Kristof D'hulster deposited Licit Magic – GlobalLit Working Papers 12. “The World’s Richest yet Most Unfortunate Language” – Four Texts by Abdurrauf Fitrat on Uzbek Language & Literature in the group Digital Middle East & Islamic Studies on Humanities Commons 6 months, 2 weeks ago
This working paper presents in full translation four texts of the Uzbek early 20th-century jadid reformist Abdurrauf Fitrat. Identifying educational reform as the main key to progress, he advocated for the emancipation and nationalisation of the Chaghatay/Uzbek language as a tool to educate the masses rather than to serve the interests of a religious-obscurantist elite only. However, as Fitrat was living at a time when even such seemingly “laudable objectives” could quickly turn into “subversive acts”, he fell victim to Stalin’s Great Terror of 1937. Although he was official rehabilitated in 1956, Fitrat remained a toy in the hands of successive ideological spin-doctors. Each pushing their own agenda, the pre-1991 Uzbek SSR framed Fitrat as “a true advocate of socialism”, while the post-1991 independent Uzbek republic hailed him as “a champion of the Uzbek national language”. Fortunately, starting with the Perestroika and Glasnost, Fitrat’s writings are no longer banned and/or heavily censured, and we can finally assess the author and his work on our own terms.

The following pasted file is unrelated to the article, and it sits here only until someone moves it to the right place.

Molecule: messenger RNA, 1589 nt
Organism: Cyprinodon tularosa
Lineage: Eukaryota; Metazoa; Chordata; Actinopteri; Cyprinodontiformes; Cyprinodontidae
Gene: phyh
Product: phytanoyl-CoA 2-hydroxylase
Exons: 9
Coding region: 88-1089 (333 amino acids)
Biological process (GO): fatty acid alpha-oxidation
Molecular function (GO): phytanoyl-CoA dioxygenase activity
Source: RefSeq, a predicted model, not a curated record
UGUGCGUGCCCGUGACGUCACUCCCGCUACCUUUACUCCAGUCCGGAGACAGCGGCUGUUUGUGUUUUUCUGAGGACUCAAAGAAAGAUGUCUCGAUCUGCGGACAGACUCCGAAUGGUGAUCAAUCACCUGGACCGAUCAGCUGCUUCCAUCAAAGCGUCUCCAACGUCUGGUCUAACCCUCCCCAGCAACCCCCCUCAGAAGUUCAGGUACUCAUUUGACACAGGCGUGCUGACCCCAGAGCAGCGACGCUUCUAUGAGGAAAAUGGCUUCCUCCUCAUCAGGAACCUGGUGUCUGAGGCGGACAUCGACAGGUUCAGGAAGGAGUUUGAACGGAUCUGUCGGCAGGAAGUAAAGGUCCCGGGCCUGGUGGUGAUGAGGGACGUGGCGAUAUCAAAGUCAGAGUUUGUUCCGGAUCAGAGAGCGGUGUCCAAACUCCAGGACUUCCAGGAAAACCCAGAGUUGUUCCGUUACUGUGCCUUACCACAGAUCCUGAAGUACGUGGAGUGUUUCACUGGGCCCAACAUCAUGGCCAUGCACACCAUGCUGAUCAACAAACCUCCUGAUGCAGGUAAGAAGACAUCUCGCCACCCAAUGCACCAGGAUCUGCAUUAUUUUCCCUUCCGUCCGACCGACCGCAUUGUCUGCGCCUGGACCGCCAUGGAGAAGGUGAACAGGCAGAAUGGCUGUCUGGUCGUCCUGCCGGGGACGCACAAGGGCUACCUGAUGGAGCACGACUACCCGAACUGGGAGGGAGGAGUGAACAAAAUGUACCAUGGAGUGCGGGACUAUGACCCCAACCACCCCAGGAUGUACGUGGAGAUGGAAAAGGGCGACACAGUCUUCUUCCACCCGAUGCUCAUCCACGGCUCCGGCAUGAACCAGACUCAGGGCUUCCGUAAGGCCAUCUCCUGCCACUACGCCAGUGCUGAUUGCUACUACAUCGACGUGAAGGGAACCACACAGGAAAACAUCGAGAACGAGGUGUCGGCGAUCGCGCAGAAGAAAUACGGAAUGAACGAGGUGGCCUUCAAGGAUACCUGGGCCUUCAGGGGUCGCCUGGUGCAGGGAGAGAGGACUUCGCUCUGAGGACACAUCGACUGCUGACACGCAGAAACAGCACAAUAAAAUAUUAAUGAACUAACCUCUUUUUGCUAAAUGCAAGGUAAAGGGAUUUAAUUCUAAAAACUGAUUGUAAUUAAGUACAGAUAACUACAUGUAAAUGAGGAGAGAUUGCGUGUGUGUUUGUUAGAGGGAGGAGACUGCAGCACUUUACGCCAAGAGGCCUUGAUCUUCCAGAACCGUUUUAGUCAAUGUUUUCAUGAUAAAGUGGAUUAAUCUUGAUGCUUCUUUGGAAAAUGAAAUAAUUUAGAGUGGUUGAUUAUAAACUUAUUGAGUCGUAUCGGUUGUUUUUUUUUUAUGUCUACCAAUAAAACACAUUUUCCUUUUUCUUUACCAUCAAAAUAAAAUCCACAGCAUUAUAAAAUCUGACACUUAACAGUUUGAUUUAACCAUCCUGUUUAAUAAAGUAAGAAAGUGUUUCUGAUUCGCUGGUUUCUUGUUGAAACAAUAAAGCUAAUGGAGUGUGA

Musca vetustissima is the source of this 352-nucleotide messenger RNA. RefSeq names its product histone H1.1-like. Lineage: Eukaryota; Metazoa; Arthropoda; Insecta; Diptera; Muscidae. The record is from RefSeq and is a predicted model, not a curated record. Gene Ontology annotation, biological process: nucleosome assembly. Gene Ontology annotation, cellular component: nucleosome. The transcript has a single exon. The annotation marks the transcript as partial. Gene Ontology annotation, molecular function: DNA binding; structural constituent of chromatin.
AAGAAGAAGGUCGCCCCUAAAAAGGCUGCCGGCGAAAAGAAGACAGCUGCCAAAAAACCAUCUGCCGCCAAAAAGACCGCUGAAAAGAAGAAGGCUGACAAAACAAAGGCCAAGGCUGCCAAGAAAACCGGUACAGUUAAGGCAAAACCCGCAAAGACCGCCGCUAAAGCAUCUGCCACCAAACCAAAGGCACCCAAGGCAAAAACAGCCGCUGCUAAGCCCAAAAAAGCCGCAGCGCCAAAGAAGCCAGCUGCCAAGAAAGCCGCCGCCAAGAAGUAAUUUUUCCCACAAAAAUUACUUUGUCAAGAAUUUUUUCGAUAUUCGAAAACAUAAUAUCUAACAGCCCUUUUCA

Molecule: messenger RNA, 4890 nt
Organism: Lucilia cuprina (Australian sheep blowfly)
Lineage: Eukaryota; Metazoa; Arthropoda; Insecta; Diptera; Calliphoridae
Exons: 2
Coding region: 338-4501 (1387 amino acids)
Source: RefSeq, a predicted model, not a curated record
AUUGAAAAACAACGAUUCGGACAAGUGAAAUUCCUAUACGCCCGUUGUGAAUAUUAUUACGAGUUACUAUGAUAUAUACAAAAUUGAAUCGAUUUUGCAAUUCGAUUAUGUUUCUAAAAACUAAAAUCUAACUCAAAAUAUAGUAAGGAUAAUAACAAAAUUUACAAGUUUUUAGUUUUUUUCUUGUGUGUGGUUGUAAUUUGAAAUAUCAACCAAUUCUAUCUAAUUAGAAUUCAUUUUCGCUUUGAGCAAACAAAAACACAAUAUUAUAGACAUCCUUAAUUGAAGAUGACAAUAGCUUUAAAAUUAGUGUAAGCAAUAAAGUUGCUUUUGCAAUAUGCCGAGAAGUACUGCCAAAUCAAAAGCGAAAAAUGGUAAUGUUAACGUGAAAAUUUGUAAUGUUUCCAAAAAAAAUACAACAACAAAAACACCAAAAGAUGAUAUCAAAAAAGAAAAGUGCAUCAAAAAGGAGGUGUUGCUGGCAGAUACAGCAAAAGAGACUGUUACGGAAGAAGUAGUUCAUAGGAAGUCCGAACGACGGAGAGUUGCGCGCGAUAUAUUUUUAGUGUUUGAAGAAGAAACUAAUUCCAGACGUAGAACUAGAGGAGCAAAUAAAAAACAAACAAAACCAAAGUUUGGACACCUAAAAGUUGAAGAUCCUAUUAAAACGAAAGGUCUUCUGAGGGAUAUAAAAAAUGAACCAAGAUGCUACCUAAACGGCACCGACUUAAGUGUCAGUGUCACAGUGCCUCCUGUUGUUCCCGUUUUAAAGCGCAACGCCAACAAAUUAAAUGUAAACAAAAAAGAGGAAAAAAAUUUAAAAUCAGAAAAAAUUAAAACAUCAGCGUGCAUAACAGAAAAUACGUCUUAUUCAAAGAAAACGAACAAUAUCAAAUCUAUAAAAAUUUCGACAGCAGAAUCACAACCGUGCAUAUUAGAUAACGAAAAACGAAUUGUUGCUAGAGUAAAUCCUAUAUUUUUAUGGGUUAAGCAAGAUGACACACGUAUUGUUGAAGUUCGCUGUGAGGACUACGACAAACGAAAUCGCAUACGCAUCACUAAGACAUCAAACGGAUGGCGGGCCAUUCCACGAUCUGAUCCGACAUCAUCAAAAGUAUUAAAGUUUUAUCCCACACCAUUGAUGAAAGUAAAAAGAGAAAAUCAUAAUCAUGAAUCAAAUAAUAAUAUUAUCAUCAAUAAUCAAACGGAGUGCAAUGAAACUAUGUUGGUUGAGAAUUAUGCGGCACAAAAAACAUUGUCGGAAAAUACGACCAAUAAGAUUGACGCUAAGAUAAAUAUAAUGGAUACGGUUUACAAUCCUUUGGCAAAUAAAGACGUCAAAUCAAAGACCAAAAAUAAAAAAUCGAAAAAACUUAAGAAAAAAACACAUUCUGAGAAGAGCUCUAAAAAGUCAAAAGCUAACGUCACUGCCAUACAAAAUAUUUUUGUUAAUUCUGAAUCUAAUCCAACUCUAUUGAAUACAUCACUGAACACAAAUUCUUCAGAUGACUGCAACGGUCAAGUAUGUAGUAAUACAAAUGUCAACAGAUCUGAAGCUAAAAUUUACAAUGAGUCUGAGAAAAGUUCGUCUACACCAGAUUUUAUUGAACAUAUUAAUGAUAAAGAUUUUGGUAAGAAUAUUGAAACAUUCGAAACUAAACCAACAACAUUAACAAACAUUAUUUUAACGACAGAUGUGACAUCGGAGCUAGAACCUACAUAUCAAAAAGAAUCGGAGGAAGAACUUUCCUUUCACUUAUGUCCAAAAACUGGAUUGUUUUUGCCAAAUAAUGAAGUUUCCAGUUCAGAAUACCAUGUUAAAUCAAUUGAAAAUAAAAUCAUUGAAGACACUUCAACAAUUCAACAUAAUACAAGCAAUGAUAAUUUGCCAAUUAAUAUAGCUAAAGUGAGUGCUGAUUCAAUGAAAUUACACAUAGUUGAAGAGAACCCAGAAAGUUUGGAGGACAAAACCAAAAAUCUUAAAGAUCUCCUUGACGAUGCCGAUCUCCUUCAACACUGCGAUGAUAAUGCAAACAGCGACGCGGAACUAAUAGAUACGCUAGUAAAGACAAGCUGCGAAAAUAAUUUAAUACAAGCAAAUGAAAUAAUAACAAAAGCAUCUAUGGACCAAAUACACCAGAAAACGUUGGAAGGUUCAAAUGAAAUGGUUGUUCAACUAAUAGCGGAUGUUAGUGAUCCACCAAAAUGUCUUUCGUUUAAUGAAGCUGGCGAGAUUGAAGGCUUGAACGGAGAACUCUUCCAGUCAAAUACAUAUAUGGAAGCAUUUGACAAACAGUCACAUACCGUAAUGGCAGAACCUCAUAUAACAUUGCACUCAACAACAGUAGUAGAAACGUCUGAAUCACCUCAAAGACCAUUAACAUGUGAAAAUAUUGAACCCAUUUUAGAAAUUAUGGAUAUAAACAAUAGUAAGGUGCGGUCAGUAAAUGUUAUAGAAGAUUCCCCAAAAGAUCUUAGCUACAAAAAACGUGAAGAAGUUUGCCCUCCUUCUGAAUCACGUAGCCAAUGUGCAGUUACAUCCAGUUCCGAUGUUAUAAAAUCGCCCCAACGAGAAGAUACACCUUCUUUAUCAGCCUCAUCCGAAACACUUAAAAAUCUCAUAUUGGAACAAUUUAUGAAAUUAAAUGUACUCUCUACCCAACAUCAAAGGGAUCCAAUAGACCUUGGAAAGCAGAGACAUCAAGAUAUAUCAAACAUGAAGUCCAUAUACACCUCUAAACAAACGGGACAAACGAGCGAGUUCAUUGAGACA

The first three texts appeared in the newspaper Ishtirokiyun (The Communists), while the fourth text is a lecture delivered by Fitrat at the 1921 Til va imlo quriltoyi (Uzbek Congress of Language and Orthography). In Our Language (I), Fitrat points out that Chaghatay is “the world’s richest yet most unfortunate language”. Being the world’s richest language in terms of lexicon, morphology, etc., Chaghatay is perfectly capable of standing on its own feet, of accommodating progress, and of serving the man in the street. However, being the world’s most unfortunate language, Chaghatay had failed to capitalize on its rich potential for a variety of reasons. Instead, it had opted to blindly follow first Arabo-Persian models (Poetry and Versification), and, more recently, Ottoman and Tatar Turkic models or some fictitious “common Turkic literary language” (On the Literariness of Our Language).